CWiB is extremely lucky to have a dedicated and passionate alumnae network; we always love to hear about the amazing things they are pursuing and accomplishing. This week, Allie Rahill ’13 writes to us from New York City! Continue reading to learn more about her current role at HP Selections and how she came to be a “Wine-o”!
Hi girls! For those of you that don’t know me, my name is Allison Rahill and I graduated with the class of 2013, only a few short months ago. My time at Colgate was marked by the Gamma Phi Beta sorority, working for the Creative Writing Initiative at Hamilton Central School and acting as the blog director for CWiB. These days I work for a wine import and distribution company called HP Selections as a Sales Assistant. Looking back to the days of the job hunt and earlier, there are two specific experiences that helped me to land this amazing job. In addition, the advice and knowledge I received from the alumnae during my senior year provided the necessary skills that actually got me a job! I swear… it’s true! (Hint: CWiB LinkedIn Session)
During my junior spring I studied abroad in Buenos Aires where I spent time studying Malbec wine, which is the most popular red grape varietal in Argentina. With the help of a creative writing professor on my program, I created my own independent study, which compared the representations of wine throughout Argentine history with current ones via literary contexts. I read 19th century Argentine poetry that mused about wine, interviewed vineyard owners in Mendoza, spoke with restaurant owners in Buenos Aires and read wine reviews. My study culminated in a written essay that detailed how wine, and specifically the Malbec grape, was a major part of Argentine immigration, the growth of its current economy and how it unites people in social settings. This experience solidified my desire to work in the Food and Wine Industry after graduation. I absolutely love to cook and was interested in food and wine pairing as well as the marketing and business techniques that companies use to get us to consume their product.
The second factor was a combination of luck and perseverance. Colgate invited my current boss (also a Colgate alumnus) to come speak about his experiences as an entrepreneur in the wine industry at the Senior Champagne Brunch. When I received the invitation, I reached out to him on Linked In and asked to speak with him personally. From our first conversation, I discovered that we shared a mutual passion for meeting people, tasting wine and travel. For the past 15 years he has developed relationships and a reputation in New York, Chicago, Florida, Bordeaux, Burgundy and Tuscany that led him to be the President of HP Selections today.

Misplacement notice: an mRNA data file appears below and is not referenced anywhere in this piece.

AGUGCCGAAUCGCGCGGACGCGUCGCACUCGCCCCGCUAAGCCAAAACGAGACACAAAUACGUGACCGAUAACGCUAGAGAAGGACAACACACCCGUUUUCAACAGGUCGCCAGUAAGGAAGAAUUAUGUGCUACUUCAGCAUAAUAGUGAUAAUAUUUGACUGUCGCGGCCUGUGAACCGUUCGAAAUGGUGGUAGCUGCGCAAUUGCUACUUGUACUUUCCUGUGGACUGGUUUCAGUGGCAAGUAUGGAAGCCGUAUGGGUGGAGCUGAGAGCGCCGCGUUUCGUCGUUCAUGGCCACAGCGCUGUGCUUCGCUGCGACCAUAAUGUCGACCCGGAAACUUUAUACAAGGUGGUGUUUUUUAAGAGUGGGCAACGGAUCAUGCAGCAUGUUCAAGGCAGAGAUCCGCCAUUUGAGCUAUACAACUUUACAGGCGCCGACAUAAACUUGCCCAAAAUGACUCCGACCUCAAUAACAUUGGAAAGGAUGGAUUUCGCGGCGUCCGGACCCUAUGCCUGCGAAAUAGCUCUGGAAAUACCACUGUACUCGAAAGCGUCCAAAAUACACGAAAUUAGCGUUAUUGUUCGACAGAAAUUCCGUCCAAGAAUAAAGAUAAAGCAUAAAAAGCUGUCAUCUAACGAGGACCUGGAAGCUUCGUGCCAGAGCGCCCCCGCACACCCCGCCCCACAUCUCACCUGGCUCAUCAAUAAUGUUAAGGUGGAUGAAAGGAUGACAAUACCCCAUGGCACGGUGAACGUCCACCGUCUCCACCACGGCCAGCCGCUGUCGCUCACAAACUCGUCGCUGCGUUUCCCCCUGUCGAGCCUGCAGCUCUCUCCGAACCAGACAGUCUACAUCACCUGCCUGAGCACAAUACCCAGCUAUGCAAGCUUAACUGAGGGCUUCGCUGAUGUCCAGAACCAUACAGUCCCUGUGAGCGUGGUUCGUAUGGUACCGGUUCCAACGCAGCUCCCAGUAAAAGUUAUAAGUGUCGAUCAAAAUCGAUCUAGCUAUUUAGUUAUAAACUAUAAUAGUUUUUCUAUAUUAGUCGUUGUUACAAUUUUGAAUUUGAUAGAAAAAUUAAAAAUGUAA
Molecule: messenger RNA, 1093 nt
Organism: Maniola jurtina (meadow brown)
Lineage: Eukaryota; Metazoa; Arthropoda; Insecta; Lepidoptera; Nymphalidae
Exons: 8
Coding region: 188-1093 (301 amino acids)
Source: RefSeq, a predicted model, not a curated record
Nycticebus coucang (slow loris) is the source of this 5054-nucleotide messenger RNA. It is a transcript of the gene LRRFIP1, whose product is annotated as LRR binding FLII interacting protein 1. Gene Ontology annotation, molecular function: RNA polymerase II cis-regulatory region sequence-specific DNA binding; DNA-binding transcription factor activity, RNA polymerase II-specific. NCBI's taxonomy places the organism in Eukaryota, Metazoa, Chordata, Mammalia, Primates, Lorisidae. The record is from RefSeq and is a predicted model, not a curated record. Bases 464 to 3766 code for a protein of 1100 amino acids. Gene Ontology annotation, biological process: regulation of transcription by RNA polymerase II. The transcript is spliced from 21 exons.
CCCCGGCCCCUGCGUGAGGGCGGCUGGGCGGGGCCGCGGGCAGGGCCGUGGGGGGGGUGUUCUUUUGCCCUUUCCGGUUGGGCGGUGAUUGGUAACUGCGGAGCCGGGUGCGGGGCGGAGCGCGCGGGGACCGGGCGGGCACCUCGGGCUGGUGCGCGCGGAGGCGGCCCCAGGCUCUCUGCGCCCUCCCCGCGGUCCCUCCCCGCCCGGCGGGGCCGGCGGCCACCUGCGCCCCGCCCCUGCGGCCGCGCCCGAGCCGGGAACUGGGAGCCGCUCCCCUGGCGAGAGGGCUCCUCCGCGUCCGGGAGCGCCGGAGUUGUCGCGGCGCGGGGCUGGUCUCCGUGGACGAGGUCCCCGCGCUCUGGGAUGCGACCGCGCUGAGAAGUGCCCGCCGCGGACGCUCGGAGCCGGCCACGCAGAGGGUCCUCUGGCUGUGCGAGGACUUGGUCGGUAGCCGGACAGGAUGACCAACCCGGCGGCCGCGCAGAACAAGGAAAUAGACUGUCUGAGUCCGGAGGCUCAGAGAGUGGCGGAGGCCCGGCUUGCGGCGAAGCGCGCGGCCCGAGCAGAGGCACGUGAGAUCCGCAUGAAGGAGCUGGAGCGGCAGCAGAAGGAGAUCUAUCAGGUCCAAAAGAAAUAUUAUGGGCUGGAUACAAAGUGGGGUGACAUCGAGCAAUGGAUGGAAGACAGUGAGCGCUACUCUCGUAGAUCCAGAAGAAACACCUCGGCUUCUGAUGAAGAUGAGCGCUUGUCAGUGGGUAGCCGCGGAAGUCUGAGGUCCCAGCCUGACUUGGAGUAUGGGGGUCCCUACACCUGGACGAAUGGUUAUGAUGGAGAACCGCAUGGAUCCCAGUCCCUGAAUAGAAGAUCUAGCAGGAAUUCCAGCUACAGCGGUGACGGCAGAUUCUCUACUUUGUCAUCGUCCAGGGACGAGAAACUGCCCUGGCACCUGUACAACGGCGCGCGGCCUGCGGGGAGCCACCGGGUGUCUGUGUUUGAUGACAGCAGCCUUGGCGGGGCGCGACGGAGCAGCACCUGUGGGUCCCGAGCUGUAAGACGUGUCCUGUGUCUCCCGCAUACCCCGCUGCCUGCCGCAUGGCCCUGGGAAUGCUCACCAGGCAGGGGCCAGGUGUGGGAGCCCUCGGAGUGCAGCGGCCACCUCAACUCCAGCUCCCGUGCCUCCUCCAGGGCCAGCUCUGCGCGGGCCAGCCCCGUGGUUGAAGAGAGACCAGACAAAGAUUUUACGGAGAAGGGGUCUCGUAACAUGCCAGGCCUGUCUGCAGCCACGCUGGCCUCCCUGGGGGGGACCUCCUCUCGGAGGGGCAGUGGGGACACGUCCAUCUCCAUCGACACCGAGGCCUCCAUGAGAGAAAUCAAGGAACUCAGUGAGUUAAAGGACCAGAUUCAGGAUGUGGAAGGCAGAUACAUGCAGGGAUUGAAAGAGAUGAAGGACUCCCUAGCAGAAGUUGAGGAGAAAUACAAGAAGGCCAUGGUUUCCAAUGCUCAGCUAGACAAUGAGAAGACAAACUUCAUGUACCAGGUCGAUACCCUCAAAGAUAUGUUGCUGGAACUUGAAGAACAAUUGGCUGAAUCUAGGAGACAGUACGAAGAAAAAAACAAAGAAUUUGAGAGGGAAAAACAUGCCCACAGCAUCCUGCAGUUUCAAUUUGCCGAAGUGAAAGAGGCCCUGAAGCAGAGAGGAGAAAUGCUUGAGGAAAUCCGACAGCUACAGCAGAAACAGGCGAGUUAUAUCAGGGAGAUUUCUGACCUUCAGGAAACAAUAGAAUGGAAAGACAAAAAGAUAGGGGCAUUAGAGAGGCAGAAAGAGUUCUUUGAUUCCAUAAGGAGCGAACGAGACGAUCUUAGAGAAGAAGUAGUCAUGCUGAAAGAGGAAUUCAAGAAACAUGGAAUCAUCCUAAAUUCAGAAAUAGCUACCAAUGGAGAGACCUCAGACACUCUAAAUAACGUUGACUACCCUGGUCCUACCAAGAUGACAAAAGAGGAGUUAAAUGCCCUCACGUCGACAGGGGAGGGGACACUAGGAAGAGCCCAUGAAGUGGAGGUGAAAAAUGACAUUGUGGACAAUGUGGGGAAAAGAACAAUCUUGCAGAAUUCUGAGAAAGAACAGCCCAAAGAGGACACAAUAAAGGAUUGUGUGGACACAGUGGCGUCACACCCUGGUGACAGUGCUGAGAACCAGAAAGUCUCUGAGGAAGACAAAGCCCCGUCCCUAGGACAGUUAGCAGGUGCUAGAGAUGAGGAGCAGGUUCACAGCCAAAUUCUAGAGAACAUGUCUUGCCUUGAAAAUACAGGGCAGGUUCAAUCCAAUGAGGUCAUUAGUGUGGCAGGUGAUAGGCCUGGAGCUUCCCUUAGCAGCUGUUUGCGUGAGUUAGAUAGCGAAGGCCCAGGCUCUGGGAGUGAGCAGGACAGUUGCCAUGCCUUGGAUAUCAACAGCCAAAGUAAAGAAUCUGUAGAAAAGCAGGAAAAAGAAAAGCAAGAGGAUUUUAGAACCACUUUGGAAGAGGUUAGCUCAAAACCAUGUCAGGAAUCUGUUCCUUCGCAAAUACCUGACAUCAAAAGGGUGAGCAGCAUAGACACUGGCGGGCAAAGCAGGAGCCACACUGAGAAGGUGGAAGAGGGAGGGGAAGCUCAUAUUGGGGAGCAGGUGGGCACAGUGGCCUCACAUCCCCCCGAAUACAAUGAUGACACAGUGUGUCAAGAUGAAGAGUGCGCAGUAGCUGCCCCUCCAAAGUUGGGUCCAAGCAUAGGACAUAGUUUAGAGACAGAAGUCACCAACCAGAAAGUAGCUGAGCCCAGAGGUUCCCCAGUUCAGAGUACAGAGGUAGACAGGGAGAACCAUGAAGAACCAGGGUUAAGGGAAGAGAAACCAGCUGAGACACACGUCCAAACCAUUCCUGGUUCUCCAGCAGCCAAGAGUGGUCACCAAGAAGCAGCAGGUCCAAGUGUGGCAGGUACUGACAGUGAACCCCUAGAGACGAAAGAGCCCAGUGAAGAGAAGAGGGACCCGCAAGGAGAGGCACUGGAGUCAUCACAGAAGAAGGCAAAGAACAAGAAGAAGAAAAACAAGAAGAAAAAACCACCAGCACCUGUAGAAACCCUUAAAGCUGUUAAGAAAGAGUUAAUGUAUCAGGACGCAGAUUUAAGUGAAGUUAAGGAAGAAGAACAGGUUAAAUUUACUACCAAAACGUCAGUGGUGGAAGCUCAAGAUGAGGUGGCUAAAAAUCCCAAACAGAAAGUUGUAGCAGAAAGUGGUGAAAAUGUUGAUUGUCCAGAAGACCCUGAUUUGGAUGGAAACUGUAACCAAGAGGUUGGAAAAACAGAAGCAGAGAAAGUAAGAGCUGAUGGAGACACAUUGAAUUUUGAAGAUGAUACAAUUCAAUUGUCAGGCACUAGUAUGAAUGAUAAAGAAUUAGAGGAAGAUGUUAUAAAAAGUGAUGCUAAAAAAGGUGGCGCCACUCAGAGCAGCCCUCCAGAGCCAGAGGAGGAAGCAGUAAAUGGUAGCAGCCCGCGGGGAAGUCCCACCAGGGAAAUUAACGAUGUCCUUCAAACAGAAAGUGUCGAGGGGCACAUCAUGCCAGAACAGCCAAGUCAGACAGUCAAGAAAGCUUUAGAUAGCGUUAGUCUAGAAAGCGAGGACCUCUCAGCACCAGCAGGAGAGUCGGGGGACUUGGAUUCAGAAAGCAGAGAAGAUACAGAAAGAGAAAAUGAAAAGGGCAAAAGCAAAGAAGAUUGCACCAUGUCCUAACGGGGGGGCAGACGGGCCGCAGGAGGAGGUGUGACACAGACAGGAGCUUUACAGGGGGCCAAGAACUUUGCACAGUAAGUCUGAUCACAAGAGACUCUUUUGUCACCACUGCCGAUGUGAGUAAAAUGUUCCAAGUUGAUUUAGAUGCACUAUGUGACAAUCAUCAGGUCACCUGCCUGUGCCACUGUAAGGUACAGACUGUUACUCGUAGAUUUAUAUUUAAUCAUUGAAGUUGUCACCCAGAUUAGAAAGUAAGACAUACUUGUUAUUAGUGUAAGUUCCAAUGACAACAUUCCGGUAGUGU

We met a few weeks prior to graduation where he advised me to stay in touch over the summer, which I did. In August, he offered to start me in the sales department and spend time shadowing him in order to learn the business of wine. Little did I know that I would also end up assisting the Director of Operations with marketing materials and developing new clients for our database.
For the past few months, my major responsibilities have included researching the wines we carry in order to produce marketing materials for our consumers, and assisting with the development of our website, which feature our wines for purchase. Our company is a small start-up and therefore I help out with whatever needs to be done from running the occasional errand to closing sales deals with wine buyers.
I know for all of those currently on the “job hunt” that it can be a daunting and thankless process. However, I cannot stress enough how important networking was during my senior year. Even though the e-mail I sent to my current boss was one I never thought I’d hear back from, I still reached out. He loves to tell the story about receiving that e-mail to people in our company and being reminded of the tenacity and ambition that so many Colgate students are known for.
In summary, the transition to the “real world” and to working full-time was not the nightmare I expected, and I elieve this is true because I’m passionate about this industry. I’ve started to take wine classes one night a week that explores winemaking techniques, grape varietals, soil structures and the science behind tasting and comparing wines. I’ve learned to appreciate the aromas and flavors much more with every sip. I’m gaining the confidence to speak up in client meetings regarding the wines we offer. Finally as a new New Yorker, my job introduces me to wine bars and restaurants all over the city that I wouldn’t have tried otherwise. It’s not just about logging the “9-5” hours and getting a paycheck that make up this job, but it’s also about the moments and experiences that are created by working in and learning about an industry which was mostly foreign to me three months ago.
I still have A LOT to learn and am constantly reminded of my youth and inexperience on a regular basis. Although graduating college is a wonderful achievement, I’ve found myself back at the bottom of the totem pole, which has been difficult and refreshing at the same time. Here is what I do know and what my job search came down to: I LOVE wine, and I LOVE food; I wanted to work with those things. At 22, I wasn’t prepared to sacrifice two absolute passions for just another mediocre opportunity. Down the line, I’m not totally sure if I want to be a wine salesperson, a sommelier or if I want to own a vineyard in Argentina. But first I have to be the grunt, the errand queen, I need to make mistakes (which happen frequently) and baby-step it all the way until I find out.
-Allie Rahill ’13